Racism? There are racist attitudes in a lot of people in Southern Baptist churches and a lot of people who attend SBC churches have dealt with racism. Confronting the sin of racism and teaching people who have suffered from racism how to rest in God’s love and respond with God’s grace, that is biblical shepherding. Abuse? There are likely abusers listening to my Sunday sermon and there are most certainly people who have been verbally, physically, or sexually abused. Confronting abuse and teaching the abused how to deal with the pain – that is shepherding the flock. Leading anti-abortion cheers is not.
Of course, abortion needs to be addressed, but there are many other issues that must be addressed as well. If we only speak about abortion, we are not fulfilling our roles as shepherds of the flock.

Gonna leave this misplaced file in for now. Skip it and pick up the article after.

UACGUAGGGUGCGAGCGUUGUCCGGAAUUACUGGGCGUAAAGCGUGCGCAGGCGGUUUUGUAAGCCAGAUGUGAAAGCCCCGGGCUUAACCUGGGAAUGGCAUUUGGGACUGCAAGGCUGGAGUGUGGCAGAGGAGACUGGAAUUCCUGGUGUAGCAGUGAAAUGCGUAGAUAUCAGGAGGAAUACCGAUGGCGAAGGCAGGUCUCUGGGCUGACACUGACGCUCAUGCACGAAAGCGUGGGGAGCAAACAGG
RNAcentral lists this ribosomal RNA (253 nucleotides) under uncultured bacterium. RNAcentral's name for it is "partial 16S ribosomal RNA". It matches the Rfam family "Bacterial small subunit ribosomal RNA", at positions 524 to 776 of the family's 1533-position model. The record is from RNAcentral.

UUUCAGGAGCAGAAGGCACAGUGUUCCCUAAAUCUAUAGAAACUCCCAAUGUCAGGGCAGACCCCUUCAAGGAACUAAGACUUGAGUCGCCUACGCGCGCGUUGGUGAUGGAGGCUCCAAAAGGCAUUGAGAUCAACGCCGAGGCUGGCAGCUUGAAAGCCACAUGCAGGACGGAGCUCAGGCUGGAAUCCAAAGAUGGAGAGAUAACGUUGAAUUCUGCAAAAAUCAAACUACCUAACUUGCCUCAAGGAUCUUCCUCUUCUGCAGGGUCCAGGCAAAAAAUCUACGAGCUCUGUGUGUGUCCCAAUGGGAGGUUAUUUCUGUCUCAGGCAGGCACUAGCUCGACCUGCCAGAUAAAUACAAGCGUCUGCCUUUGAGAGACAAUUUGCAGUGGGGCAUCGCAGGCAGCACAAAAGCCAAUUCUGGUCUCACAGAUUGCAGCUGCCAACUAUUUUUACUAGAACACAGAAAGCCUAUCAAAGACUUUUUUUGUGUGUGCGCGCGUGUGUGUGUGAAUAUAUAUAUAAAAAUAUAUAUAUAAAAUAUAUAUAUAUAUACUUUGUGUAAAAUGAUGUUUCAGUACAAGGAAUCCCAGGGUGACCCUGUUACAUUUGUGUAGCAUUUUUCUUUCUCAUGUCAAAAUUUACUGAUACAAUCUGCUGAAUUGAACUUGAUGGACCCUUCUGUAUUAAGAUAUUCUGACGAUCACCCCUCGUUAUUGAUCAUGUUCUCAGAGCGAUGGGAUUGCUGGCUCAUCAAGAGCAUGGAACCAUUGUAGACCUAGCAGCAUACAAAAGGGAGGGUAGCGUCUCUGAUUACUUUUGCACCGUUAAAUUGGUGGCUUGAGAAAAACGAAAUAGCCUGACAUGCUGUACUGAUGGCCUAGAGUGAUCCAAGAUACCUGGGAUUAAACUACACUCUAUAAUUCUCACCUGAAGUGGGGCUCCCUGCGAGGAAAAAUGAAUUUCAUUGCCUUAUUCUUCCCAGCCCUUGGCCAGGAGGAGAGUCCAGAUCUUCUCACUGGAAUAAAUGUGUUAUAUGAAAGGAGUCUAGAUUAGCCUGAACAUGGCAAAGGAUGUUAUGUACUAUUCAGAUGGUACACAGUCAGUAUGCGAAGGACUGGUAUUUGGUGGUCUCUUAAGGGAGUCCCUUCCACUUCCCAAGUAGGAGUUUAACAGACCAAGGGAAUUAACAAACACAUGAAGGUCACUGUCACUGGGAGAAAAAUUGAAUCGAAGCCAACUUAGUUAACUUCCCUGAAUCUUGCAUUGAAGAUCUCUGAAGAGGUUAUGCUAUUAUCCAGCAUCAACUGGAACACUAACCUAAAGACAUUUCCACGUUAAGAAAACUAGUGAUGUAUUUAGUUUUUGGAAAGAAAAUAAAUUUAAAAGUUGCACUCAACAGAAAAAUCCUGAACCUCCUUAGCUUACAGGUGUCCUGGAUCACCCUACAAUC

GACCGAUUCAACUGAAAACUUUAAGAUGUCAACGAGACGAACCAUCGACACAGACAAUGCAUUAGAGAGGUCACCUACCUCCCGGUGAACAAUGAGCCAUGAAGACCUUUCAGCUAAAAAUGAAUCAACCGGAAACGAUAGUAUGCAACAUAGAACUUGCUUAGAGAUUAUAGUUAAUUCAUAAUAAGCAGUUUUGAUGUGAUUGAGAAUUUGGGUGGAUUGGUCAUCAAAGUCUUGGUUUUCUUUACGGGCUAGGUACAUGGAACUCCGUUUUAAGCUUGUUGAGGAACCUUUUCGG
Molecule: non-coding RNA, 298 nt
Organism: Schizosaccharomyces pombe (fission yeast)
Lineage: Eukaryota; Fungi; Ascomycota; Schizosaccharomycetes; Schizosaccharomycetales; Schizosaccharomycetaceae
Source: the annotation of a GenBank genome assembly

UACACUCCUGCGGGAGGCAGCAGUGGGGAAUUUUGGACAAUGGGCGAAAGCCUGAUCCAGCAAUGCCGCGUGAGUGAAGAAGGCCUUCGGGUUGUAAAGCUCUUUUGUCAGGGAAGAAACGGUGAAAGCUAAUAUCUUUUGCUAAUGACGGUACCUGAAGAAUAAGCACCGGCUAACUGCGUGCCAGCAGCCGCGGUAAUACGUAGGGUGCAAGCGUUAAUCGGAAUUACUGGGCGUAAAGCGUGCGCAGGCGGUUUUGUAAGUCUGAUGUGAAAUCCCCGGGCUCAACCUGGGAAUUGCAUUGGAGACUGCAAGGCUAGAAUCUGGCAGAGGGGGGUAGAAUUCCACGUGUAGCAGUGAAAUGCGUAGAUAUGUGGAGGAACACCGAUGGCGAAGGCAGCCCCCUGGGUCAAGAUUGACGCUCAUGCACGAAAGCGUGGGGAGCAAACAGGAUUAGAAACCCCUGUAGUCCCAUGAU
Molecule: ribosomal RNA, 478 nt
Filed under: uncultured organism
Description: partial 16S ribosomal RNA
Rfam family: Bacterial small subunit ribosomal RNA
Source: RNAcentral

26. We have a natural tension between our worldwide mission and our patriotic duties.
Every Fourth of July (and Memorial Day) there’s a plethora of articles about the intersection of politics and faith in our churches. People argue about whether we should fly the flag and say the pledge in church or sing patriotic songs in our worship services.
The fact is that our commission is worldwide. We are called to take the gospel to every language, tongue and tribe on earth. We also have a passion (a godly passion) for our cities and for our nation. There is always going to be a level of conflict between our patriotism and our passion for the world. Paul said that our citizenship is in heaven and that we eagerly await a Savior from there – he is our highest passion. As God loved the world, we must love it, even those who are our political enemies.
Our natural tendency is to slip toward patriotic inwardness and we need to constantly remind ourselves that we are here to be part of God’s purpose to raise One Worship People from every tribe and language on earth to glorify him forever and ever.